Superhuman, I peer through black plastic,

Passing Jags like they’re nothing but wrecks,

For the Virgin is perched on my handlebars

Keeping watch on our breakable necks.

Kennedy’s most ambitious treatment of faith and skepticism is the three-part poem “West Somerville, Mass.” The second part, “The Ascent,” is set on Easter morning. Sitting on the porch in his bathrobe, working on a stalled villanelle, the poet watches communicants walk by on their way to Mass. He ponders following them, but hangs back as the doctrine of the Resurrection of the Body looms up, blocking his path:

My body, risen, back, the old hale fellow,

All the same hangnails, chilblains, the whole bit,

Arms out for soul to re-embrace with it.

He’d be hard tack to swallow . . .

Some Catholics might like the idea of getting their bodies back after they die, but Kennedy recoils at the notion, imagining not a spiritualized or perfected body but the old, imprisoning flesh, still subject to all its mortal ills, reaching out to reclaim him in its clutch. Similarly, the Assumption of the Virgin (impishly and impiously referred to as “Mary’s hoist to heaven”) seems impossible to swallow, except as a myth-and myths are “pale stuff” (light beer, perhaps) for slaking thirst. But instead of continuing in this vein, he turns his satire on himself:

My faith copped out. Who was it pulled that heist?

Wasn’t it me, too stuck-up and aloof

To spill my sins? If knocked on for a roof,

I wouldn’t have a chair to offer Christ . . .

Just as he seems to be working himself up to repentance, though, the narrator veers back into doubt: Christ wouldn’t stop at his door, and if He did, it would only be to frown at the narrator’s “snotty kids.” Occasionally he feels “pregnant” with the “vague wings” of hope, as if on the verge of some annunciation or epiphany, but the feeling can’t be sustained. His neighbors celebrate the Resurrection while the narrator, in that secular American temple, the supermarket, shops for pagan Easter eggs. Again he castigates himself, paraphrasing the reproof of Christ to the Laodiceans (Rev 3:16): “O lukewarm spew, you! Stir yourself and boil / Or be not chosen. Strike with your whole weight / At hook line, sinker-be fished or cut bait.” At this point his son approaches, chewing the ear of a chocolate rabbit. The poem ends with bitter resignation:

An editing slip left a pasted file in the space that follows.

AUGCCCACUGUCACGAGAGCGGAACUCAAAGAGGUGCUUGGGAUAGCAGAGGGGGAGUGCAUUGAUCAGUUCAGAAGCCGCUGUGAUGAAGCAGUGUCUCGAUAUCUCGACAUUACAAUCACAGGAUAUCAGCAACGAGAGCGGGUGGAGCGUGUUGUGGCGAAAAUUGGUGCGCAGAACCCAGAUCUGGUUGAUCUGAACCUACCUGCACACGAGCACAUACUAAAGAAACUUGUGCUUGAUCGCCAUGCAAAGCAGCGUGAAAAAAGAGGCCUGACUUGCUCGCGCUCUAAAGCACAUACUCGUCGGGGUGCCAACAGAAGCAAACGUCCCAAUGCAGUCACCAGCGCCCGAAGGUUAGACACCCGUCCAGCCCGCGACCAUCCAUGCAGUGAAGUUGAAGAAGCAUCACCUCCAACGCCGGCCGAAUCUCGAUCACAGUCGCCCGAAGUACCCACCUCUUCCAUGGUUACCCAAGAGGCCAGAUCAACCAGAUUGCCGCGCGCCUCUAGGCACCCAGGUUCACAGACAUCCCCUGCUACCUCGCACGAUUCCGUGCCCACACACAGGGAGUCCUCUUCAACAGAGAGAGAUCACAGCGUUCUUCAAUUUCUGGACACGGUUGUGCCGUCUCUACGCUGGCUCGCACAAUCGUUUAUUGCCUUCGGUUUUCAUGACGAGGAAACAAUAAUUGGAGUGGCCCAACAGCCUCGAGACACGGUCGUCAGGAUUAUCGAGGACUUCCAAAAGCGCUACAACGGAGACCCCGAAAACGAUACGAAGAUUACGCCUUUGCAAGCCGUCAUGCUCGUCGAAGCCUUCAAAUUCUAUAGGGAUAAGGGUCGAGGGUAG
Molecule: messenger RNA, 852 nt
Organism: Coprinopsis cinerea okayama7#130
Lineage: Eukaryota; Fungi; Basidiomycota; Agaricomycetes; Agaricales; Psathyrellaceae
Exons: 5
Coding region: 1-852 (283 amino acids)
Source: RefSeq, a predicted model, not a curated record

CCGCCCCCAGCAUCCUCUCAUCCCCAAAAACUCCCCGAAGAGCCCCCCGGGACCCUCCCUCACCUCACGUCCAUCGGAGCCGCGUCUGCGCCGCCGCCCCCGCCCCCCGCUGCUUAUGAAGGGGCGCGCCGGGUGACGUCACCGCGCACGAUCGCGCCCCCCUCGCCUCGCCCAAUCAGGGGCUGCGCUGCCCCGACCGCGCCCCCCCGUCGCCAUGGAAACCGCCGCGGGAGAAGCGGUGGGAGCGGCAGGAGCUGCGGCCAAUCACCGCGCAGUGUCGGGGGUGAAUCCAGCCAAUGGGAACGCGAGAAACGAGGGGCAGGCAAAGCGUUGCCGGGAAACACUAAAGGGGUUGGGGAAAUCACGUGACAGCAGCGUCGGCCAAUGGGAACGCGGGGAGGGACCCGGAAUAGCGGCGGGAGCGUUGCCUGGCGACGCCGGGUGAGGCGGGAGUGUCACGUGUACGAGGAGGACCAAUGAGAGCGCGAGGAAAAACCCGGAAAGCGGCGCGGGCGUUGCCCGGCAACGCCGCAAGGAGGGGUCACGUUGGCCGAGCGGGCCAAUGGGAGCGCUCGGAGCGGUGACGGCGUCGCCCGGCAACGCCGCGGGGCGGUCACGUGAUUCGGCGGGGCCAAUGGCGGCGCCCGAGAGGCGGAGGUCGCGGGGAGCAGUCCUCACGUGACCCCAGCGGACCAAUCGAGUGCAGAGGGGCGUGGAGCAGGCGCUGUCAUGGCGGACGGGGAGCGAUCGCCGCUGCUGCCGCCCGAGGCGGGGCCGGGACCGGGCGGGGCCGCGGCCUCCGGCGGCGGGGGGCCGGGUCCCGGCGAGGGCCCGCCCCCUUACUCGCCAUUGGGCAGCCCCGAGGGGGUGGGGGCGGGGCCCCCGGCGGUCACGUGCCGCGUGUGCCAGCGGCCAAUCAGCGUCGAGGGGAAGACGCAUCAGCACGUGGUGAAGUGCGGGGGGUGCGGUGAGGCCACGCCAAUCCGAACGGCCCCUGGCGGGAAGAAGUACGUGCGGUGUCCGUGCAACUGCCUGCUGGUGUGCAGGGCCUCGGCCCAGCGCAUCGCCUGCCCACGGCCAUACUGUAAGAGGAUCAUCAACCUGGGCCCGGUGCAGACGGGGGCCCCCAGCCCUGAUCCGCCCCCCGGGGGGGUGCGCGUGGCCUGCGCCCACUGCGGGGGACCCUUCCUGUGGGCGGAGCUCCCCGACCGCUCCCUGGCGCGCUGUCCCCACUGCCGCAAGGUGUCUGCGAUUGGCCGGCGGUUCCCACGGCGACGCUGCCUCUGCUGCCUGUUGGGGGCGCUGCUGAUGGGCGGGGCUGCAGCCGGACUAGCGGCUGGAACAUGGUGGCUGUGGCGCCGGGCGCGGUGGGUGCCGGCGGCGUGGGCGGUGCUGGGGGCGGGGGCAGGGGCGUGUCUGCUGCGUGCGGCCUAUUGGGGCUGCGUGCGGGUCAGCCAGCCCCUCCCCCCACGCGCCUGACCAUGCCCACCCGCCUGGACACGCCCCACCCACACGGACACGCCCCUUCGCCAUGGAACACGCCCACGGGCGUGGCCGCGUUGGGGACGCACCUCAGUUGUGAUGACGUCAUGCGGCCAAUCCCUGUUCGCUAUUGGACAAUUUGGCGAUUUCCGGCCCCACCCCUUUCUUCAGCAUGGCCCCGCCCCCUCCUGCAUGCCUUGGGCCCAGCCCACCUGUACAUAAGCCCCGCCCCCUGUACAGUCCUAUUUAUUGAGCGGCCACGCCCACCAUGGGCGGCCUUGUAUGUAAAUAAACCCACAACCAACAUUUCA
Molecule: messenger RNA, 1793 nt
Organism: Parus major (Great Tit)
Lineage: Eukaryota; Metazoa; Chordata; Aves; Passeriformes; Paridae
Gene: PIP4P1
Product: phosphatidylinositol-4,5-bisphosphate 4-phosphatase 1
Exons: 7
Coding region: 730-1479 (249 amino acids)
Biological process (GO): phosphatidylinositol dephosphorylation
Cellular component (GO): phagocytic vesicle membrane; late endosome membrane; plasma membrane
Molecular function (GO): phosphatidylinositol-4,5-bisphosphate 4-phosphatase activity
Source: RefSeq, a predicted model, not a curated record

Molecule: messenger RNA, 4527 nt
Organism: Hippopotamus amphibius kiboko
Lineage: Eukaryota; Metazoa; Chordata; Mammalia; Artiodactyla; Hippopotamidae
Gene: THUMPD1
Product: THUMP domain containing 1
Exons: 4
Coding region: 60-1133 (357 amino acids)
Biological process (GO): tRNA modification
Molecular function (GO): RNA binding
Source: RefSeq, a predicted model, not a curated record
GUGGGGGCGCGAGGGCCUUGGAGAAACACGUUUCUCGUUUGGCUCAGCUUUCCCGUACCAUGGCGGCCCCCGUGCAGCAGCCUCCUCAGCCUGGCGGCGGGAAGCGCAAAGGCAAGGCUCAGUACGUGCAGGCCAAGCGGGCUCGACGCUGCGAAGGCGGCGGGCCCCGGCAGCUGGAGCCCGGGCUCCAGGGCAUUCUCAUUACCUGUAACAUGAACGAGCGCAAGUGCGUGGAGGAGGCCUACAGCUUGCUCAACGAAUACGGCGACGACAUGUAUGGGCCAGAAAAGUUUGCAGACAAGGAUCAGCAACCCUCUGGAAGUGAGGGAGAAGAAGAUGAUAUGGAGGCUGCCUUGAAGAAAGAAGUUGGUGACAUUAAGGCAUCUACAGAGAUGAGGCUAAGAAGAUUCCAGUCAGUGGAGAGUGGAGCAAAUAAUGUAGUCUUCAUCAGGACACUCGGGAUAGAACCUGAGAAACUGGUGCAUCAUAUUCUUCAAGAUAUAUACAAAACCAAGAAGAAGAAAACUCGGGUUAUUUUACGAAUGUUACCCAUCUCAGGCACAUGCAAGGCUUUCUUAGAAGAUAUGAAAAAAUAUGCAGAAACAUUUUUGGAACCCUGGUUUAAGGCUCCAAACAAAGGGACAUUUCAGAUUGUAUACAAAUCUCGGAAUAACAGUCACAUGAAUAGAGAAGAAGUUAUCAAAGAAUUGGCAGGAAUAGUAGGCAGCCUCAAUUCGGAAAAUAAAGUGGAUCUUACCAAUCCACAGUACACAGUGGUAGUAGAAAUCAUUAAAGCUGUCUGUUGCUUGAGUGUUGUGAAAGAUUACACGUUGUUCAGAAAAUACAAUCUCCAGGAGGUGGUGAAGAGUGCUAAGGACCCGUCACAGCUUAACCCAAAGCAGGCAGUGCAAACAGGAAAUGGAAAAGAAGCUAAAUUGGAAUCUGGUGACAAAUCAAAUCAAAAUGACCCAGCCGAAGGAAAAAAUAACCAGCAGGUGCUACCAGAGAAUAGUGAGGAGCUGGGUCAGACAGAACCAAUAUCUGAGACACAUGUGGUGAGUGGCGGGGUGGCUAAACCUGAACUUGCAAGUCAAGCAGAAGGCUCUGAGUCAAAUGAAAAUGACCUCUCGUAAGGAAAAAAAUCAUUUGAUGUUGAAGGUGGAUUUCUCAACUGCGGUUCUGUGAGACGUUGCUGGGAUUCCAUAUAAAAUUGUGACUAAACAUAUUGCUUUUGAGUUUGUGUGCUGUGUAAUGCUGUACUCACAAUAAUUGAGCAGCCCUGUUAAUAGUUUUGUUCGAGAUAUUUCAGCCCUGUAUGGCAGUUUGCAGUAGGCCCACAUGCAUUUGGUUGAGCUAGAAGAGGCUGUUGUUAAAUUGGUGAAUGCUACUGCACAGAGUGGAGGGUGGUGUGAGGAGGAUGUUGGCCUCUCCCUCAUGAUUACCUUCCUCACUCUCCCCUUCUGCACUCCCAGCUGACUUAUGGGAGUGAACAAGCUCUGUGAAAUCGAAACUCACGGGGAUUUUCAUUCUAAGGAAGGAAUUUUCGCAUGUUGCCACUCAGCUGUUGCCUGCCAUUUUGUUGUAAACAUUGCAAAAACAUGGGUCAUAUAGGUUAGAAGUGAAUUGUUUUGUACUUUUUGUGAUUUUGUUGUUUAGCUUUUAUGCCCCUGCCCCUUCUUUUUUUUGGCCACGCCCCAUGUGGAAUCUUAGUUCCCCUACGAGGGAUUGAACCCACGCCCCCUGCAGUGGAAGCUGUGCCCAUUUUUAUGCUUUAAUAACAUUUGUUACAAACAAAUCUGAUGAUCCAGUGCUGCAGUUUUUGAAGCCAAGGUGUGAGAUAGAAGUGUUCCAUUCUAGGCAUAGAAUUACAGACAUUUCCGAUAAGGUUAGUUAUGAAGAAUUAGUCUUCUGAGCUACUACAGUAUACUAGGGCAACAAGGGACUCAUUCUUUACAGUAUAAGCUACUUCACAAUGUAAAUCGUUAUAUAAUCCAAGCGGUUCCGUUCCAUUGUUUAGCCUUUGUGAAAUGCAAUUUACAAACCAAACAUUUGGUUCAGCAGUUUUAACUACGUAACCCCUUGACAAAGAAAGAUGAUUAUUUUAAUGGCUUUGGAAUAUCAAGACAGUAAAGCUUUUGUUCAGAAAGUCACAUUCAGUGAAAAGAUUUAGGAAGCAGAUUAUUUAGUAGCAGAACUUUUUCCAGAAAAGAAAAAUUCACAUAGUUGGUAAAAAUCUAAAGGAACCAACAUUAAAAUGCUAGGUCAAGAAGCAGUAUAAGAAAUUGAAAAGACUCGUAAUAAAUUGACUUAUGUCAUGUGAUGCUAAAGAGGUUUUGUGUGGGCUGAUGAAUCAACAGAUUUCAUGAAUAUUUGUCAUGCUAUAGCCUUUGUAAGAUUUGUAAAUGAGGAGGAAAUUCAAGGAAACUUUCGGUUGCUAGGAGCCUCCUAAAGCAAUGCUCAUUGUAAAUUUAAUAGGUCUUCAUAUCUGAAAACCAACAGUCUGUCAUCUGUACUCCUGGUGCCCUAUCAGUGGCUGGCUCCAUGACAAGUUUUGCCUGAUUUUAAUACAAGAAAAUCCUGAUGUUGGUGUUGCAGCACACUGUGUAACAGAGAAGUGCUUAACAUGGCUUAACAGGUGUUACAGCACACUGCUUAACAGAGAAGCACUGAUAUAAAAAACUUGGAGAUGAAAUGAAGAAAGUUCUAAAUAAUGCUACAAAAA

Each dawn the children rout me out. What profit

To shrink back like a dumb bulb? At a loss,

I stretch forth arms, fix feet as on a cross

Till something says, Come off it.

As he often does, Kennedy brilliantly combines high and low allusions, to the Gospel of Mark (“What does it profit a man to gain the whole world, and forfeit his soul?”) and a bit of American slang (dim bulb). The “I” of the poem is “dumb,” in both senses. Like a tulip or crocus that fails to stir in spring, he cannot respond to the warmth of Easter and its invitation to believe. He is too self-aware, too skeptical, too modern; his self-denigrating wit won’t allow him to imitate Christ with any conviction. Like the Roman soldiers who taunt Jesus, daring him to prove that he is King of the Jews by coming down off the cross, Kennedy’s satiric intelligence-ever vigilant for the slightest sign of hypocrisy, pretension or self-delusion-mocks him. It deflates his half-hearted, embarrassed spirituality, his struggle to think that the “strait gate” might “still stand open a crack.” Perhaps he is also too Irish to pull off this theater of belief. Come off it: come down off your high horse. Who do you think you’re kidding? You look ridiculous. This is the castigating voice, the Irish Catholic rebuke of someone who puts on airs, that Mary Gordon sums up as, Who do you think you are?